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The Moth and the Flame
Like no other animals, moths bring to your doorstep the extreme and sublime diversity of life on Earth. So lose some sleep with them this summer.
THEIR GIVEN NAMES evoke the breadth of the human experience, everything from virtue to betrayal, beauty to bird shit, the carnal to the spiritual: Splendid Dagger, Chocolate Prominent, Skunk Twirler, Abrupt Brother, Little Devil, Intractable Quaker, Beautiful Wood-Nymph, Owl-eyed Bird-Dropping, The Infant, The Hebrew, The Betrothed, The Drinker, The Penitent. These are but a tiny fraction of the moths that fly near you.
And yet beyond the drama they might invoke, beyond the whimsy of biologists who name them, moths offer us something even more profound: Like no other organisms, they bring nature’s shocking and incomprehensible diversity to our doorstep. By day and night, in the theater of our own backyards, moths embody a spectacle no less monumental than the story of life on Earth.
That’s a bold assertion. So let us begin by dispensing with moths’ general reputation as pests or drab creatures of the night. Ornate as any other insects, including butterflies, plenty of moths also fly by day. Some are no bigger than a grain of rice, others the size of your palm. They twinkle gold and silver and glow hot pink, metallic blue, and 50 shades of brown. They are the epitome of diversity.
And yet even among those of us who study it, biodiversity is somewhat an abstraction. We’re still not sure how many living things inhabit the planet. One widely cited study puts the total at 8.7 million species, with only about 1.2 million to 2 million of them described and named and known to science. So much life remains vita incognita.
How might any of us fathom such variety? Birds get lots of attention. Even so, a birdwatcher in North America would need to be searching almost every day for a year, logging many thousands of highway and air miles, to encounter 700 or so bird species. We have photographed more than 700 moths species alone in my home city of Montpelier, Vermont.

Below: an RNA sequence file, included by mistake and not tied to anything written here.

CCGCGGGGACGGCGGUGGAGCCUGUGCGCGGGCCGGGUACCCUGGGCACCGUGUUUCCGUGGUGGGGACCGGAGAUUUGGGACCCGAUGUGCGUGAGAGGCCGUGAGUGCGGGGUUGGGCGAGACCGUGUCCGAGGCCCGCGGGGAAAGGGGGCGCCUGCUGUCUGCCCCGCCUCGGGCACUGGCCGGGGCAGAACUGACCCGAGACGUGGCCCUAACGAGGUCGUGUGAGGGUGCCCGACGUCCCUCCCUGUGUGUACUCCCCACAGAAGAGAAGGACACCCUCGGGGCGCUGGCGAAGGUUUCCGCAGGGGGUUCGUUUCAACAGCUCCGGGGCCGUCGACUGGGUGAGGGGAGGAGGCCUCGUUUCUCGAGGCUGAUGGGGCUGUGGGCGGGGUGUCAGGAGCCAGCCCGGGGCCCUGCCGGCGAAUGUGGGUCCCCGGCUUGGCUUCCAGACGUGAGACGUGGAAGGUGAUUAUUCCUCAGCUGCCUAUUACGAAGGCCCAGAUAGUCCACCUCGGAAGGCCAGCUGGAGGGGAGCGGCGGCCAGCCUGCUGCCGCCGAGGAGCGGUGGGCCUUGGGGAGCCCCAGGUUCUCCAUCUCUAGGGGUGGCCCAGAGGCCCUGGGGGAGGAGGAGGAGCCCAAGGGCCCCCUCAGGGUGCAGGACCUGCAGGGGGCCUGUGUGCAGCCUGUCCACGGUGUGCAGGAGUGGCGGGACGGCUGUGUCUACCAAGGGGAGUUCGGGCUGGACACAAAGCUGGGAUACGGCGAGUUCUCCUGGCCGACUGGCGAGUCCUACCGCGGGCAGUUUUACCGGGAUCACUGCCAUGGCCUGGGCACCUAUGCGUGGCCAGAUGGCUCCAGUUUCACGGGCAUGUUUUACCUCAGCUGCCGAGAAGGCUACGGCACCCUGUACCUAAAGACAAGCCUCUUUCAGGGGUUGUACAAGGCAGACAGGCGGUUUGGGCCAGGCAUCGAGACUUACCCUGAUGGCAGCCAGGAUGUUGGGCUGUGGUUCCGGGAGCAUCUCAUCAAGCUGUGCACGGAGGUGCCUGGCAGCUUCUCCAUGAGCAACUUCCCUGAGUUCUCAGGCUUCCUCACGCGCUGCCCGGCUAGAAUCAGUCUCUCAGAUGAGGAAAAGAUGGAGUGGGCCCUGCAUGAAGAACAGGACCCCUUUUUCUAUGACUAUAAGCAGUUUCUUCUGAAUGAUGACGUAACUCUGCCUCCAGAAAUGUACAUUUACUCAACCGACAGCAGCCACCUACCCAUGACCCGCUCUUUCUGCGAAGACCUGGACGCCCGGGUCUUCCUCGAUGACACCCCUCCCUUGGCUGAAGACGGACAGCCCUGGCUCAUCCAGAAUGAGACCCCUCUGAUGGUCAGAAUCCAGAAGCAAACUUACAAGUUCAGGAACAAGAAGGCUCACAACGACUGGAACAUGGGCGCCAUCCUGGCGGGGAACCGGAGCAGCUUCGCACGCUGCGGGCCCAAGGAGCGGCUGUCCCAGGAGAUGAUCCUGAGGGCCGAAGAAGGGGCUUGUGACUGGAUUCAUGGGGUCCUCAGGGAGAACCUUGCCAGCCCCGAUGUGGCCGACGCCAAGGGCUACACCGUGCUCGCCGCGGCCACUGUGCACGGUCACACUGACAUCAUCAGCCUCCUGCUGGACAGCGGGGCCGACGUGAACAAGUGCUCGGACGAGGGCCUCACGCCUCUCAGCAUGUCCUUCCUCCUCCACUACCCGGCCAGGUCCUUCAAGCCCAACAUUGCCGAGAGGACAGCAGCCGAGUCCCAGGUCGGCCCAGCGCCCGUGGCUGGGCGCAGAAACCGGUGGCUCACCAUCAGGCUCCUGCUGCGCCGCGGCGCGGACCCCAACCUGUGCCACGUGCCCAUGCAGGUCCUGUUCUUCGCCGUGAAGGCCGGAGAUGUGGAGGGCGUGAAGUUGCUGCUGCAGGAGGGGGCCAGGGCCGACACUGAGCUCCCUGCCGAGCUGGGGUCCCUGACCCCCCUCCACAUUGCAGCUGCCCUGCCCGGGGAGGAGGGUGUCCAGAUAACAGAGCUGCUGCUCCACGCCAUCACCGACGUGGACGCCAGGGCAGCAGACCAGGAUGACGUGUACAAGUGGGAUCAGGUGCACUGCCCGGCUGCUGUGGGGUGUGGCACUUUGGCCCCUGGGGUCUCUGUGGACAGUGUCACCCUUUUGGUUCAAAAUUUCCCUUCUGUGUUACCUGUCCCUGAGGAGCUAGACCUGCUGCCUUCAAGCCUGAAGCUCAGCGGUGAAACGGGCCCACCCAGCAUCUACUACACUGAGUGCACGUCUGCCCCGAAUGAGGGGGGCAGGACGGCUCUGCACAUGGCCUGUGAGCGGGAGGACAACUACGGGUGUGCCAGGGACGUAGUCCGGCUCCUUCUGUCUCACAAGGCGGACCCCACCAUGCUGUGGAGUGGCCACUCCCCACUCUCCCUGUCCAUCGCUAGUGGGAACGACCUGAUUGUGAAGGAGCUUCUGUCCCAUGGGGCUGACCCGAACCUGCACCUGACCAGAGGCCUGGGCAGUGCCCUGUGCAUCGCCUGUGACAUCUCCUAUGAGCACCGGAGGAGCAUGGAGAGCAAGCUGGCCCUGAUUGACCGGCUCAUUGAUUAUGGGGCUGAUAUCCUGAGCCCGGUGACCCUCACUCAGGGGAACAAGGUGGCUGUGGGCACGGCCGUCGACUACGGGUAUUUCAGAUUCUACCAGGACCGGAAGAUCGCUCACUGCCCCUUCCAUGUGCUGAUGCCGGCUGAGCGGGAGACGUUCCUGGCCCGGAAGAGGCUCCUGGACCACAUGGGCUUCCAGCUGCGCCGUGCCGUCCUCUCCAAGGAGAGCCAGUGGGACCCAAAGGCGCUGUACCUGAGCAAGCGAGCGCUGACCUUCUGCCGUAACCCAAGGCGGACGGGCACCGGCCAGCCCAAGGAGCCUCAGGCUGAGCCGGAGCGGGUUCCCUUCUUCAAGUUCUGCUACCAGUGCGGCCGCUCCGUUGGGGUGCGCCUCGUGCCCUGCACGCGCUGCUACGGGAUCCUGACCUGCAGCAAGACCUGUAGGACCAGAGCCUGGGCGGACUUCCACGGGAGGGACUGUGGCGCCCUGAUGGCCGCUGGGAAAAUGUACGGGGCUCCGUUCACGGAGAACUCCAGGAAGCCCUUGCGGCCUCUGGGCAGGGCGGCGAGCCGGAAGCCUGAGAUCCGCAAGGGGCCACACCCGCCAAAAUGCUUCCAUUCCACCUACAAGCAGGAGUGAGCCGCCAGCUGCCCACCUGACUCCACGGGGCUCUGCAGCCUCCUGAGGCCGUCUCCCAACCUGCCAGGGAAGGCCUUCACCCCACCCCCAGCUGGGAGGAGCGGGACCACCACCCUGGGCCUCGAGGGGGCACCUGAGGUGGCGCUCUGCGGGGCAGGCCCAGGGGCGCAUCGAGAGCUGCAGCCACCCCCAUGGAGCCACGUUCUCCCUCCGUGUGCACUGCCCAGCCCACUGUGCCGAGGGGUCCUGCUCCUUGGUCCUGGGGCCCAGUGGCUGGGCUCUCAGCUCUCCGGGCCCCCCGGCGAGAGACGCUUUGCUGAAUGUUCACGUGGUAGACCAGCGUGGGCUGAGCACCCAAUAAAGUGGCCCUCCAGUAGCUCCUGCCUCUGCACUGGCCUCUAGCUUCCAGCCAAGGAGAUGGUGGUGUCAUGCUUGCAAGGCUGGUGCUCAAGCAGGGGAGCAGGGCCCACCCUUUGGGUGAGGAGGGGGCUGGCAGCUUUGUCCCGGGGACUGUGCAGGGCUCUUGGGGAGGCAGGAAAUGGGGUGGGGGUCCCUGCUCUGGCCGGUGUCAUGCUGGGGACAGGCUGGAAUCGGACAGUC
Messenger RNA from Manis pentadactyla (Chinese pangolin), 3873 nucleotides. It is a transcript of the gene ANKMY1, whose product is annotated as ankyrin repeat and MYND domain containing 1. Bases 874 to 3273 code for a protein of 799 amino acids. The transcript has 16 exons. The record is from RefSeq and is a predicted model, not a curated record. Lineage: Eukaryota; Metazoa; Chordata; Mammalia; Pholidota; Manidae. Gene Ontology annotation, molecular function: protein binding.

Plants aren’t as elusive. A botanist might need a few casual years and many miles to see and identify, say, 1,000 plant species in most states. And yet the lepidopterist JoAnne Russo has documented more than 1,000 moth species at and around her home in the small town of Rockingham, Vermont.
You need not be an expert like JoAnne to discover moths. Odds are that if there are trees near you, then spectacular moths live there as well. On any give night in the next couple of weeks, many of us living in leafy temperate zones might encounter 100 or more moths species on the wing. (I’ll get to how to find them in a minute.)
To be sure, other insects are more diverse than moths, none more so than beetles. The English polymath J.B.S. Haldane, asked to speculate on the composition of the universe, is reported to have said that if the cosmos were divine in origin, the Creator had “an inordinate fondness for stars and beetles.”
And yet we must venture out to meet the beetles and other insects. They do not visit us in multitudes, not nearly like moths, which have an inordinate fondness for light. During National Moth Week, which runs from July 22-30 this year, scientists and other curious people around the world are now beckoning moths to their lights — to enjoy and study them and to learn more about how we’re losing them, among other insects, in the extinction crisis.
During my own week of sleep deprivation last year, I photographed more than 130 different moth species drawn to my backyard, a sampling of which is represented in that montage above (yeah, those are from a city). Clymene Moth (Haploa clymene) is marked like a flying Rorschach test; Hologram Moth (Diachrysia balluca) does indeed cast an ethereal glow; The Herald flies early to welcome spring, and its scientific name Scoliopteryx libatrix might be a decent title for a heavy-metal band; Tufted Bird-Dropping Moth (Cerma cerintha) is a lovely tapestry despite its name; and with bold streaks and polka-dots, Great Tiger Moth (Arctia caja) resembles a moth cartoon or kid’s toy.
If You Light It They Will Come
Unlike any other wildlife, moths come to us in shocking numbers and diversity by way of our lights (and we’re still not entirely sure why). Ultraviolet or mercury vapor lights are best for attracting moths, but your porch light also works. (For a while, I used to collect those UV “bug zappers” and disconnect the death wires.) The moths usually start arriving an hour or more after dark (so be patient and lose some sleep). Many of us who run more serious moth-lighting stations hang a white sheet so that the moths land on a clean background for photography.